The Skinny blog is written by Rick Smith, editor and co-founder of WRAL Tech Wire and business editor of

RESEARCH TRIANGLE PARK, N.C. – Gas prices are soaring, employment remains weak, the European debt crisis continues but consumer confidence is up and chief marketing officers are optimistic about the state of economy at a percentage not seen in two years.

So reports the Chief Marketing Officer (CMO) survey from Duke’s Fuqua School of Business.

On a scale of 0-100 with 100 being the perfect score, CMOs’ optimism came in at 63.4. That’s an 11-point jump since the previous survey in August of last year and a 16-point increase from February 2009 when the economy was unraveling.

Duke notes: “The optimists outweighed the pessimists 8 to 1.”

That’s good – but ask yourself this: If CMOs aren’t excited, who the heck would be?

The Skinny will get more excited about the overall economic landscape when chief financial officers decide to unlock the corporate vaults and start hiring.

But at least the 269 CMOs in the survey offer a glimmer of hope.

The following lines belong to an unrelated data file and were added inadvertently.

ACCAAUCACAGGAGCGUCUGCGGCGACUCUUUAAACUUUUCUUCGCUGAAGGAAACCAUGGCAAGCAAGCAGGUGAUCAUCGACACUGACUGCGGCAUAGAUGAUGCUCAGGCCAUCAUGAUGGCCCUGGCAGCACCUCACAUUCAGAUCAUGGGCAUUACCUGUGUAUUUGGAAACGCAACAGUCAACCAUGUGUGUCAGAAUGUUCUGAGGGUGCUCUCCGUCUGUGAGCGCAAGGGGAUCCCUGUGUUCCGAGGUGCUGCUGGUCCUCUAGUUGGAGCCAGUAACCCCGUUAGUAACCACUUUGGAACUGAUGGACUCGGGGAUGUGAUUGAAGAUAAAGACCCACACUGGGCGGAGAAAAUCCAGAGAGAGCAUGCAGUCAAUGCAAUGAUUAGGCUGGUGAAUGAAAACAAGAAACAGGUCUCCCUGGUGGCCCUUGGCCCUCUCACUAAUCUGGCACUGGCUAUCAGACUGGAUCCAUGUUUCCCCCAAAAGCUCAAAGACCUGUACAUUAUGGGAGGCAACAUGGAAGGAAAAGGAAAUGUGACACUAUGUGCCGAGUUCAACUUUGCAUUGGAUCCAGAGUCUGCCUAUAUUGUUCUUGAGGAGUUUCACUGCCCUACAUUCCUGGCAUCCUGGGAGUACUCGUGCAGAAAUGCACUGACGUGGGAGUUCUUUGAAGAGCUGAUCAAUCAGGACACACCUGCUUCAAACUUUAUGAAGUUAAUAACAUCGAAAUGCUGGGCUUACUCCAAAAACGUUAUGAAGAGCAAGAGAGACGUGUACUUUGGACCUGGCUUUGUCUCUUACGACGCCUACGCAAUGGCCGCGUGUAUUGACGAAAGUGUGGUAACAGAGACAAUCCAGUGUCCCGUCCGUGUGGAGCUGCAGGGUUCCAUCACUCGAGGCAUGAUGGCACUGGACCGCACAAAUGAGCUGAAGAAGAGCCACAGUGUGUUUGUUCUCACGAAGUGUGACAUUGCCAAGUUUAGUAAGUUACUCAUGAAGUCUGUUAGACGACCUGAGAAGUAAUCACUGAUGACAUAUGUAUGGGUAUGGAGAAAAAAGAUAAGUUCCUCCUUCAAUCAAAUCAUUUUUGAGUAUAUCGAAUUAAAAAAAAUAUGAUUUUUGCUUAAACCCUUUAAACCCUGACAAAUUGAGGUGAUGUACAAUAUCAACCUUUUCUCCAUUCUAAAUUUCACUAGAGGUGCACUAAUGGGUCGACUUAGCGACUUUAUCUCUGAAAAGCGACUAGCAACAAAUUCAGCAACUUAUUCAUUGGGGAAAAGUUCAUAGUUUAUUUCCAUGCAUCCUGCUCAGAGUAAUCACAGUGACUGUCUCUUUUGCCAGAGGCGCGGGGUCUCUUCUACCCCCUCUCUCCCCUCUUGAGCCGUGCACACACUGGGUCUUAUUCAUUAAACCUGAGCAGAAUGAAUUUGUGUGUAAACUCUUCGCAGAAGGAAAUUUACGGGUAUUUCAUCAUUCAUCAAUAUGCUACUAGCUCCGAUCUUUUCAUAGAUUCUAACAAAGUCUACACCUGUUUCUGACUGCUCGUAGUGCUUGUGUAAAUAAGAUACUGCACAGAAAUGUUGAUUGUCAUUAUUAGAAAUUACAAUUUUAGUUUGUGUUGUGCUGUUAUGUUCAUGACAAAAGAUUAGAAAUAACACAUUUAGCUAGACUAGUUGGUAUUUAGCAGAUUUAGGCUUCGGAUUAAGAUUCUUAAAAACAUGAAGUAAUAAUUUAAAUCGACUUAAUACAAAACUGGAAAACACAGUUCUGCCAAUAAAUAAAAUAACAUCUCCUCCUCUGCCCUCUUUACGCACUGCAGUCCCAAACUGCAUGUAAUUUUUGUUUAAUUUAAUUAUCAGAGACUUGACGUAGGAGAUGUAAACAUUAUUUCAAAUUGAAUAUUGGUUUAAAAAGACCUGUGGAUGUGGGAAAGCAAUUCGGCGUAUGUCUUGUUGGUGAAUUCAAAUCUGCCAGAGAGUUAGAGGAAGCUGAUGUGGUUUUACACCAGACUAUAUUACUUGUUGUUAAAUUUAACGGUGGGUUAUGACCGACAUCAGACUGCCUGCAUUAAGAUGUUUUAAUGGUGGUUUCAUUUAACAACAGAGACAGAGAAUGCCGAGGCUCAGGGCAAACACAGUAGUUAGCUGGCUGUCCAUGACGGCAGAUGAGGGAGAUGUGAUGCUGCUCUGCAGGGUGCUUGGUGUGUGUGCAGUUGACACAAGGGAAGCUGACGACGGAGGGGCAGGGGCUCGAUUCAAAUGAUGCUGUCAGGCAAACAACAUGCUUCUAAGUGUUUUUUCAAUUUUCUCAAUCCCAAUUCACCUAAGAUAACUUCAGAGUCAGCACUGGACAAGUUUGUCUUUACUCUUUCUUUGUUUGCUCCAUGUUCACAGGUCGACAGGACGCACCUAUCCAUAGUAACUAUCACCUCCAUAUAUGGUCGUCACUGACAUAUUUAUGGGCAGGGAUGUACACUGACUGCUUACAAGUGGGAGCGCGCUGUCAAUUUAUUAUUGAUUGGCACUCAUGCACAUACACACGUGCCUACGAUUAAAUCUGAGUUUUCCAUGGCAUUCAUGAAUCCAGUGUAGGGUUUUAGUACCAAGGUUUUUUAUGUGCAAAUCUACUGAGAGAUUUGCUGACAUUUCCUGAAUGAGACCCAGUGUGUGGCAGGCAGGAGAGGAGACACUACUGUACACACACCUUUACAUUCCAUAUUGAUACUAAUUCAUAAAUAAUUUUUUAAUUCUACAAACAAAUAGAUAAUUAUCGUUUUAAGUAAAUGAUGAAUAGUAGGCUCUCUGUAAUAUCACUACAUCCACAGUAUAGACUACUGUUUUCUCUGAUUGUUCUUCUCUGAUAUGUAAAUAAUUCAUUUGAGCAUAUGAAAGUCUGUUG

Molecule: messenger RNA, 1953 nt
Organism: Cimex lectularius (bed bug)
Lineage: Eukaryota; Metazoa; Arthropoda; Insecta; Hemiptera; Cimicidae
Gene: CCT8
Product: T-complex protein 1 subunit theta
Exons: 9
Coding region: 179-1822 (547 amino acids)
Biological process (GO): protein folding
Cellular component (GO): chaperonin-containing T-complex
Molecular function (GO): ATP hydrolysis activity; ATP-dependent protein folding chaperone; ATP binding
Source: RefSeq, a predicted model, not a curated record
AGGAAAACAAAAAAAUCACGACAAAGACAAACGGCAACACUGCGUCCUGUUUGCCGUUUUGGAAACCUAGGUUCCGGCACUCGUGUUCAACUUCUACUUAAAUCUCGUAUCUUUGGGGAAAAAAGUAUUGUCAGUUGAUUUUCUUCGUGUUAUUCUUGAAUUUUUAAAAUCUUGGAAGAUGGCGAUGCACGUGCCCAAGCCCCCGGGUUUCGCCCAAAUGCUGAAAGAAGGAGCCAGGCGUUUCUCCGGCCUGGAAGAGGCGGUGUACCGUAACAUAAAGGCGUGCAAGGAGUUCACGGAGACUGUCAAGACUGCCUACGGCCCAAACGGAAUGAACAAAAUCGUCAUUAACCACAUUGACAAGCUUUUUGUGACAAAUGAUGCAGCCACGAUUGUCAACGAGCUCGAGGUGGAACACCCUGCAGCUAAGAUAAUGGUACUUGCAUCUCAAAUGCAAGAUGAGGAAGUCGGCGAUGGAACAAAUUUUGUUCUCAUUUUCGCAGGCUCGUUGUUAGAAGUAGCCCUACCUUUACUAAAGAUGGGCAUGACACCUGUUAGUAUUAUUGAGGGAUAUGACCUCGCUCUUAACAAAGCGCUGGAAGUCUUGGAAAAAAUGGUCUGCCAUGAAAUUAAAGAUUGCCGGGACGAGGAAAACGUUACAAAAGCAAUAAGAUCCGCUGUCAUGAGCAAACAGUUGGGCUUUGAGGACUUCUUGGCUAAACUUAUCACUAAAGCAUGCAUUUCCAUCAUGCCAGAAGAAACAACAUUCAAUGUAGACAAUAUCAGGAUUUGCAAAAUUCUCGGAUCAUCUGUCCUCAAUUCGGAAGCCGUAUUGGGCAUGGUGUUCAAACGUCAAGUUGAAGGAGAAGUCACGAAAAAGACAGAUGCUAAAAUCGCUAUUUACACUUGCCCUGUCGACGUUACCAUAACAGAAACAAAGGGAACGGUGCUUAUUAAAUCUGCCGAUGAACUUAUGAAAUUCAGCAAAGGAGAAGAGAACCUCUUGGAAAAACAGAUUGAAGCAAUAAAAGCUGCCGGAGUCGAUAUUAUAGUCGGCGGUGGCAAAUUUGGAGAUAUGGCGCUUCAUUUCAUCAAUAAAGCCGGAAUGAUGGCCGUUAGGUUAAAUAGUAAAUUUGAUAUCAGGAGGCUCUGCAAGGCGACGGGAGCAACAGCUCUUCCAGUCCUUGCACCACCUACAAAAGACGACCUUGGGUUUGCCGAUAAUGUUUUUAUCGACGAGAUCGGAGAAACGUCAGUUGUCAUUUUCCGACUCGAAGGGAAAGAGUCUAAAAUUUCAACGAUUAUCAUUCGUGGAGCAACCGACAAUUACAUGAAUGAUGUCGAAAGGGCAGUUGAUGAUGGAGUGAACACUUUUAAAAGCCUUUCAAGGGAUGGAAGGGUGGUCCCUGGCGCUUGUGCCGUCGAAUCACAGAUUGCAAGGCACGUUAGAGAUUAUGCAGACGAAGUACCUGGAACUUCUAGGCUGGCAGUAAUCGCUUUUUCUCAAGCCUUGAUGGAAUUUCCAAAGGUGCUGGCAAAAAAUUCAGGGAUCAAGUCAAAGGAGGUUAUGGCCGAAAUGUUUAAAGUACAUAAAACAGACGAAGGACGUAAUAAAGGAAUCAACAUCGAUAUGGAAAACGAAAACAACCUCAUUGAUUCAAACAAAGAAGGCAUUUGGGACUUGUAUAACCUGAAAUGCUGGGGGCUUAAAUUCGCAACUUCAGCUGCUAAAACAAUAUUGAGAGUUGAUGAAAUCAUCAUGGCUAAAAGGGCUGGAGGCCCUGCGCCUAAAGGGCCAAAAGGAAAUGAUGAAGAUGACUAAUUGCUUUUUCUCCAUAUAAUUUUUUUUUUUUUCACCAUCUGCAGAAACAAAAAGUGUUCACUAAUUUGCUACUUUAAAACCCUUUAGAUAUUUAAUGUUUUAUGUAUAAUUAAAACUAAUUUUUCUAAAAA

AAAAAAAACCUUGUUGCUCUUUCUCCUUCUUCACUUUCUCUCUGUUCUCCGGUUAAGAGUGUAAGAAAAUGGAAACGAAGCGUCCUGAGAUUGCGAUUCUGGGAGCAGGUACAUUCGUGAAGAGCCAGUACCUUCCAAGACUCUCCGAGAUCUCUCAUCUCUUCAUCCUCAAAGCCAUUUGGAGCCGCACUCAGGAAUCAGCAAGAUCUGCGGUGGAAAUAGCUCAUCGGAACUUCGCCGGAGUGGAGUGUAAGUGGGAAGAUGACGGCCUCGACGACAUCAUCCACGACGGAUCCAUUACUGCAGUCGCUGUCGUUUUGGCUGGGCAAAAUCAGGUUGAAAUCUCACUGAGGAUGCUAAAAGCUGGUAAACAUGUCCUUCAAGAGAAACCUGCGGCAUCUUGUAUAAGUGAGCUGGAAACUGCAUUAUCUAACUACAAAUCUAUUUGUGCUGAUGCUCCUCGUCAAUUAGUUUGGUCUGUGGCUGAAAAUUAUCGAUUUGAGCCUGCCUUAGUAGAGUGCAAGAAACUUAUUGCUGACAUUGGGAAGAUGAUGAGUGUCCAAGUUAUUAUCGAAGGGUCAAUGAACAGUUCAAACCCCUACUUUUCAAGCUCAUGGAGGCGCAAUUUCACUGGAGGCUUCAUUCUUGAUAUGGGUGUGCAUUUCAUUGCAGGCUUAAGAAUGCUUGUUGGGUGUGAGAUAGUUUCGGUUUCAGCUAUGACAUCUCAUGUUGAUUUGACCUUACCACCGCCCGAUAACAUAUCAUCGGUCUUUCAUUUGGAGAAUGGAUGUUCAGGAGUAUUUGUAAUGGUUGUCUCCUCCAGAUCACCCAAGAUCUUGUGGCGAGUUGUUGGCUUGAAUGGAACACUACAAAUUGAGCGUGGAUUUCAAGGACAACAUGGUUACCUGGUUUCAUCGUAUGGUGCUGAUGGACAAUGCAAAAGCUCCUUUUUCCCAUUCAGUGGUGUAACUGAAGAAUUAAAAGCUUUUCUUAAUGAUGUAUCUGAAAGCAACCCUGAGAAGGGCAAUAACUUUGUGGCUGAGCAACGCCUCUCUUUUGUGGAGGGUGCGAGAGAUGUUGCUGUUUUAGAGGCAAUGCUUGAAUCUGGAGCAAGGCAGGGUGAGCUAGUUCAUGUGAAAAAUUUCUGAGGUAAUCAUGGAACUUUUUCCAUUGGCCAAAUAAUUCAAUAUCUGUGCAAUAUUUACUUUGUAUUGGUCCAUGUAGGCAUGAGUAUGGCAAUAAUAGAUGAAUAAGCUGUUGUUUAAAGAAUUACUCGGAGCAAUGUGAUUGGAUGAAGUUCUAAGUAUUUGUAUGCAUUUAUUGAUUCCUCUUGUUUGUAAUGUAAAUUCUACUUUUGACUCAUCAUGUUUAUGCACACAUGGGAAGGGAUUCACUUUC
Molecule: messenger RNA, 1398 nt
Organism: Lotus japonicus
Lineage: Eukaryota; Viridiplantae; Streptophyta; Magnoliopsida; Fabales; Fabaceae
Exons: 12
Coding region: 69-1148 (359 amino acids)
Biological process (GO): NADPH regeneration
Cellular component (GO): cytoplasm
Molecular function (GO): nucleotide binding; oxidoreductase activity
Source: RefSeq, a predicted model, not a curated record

“CMOs have strong confidence in the underlying customer dynamics central to any economic recovery,” said Christine Moorman, a marketing professor at Fuqua who runs the CMO Survey. “They predict an increase in the number of customers entering markets, purchase volume and likelihood of buying a range of related offerings from companies. These figures paint a very positive view of the economic landscape.”

Moorman notes that the CMOs are more excited about their own firms with a score of 72.8.

What’s driving the optimism: International sales, Moorman said.

In 2012, 32.4 percent of the CMOs expect out-of-U.S. sales to grow.

That compares to 24.7 percent last August and 18.7 percent in August 2010.

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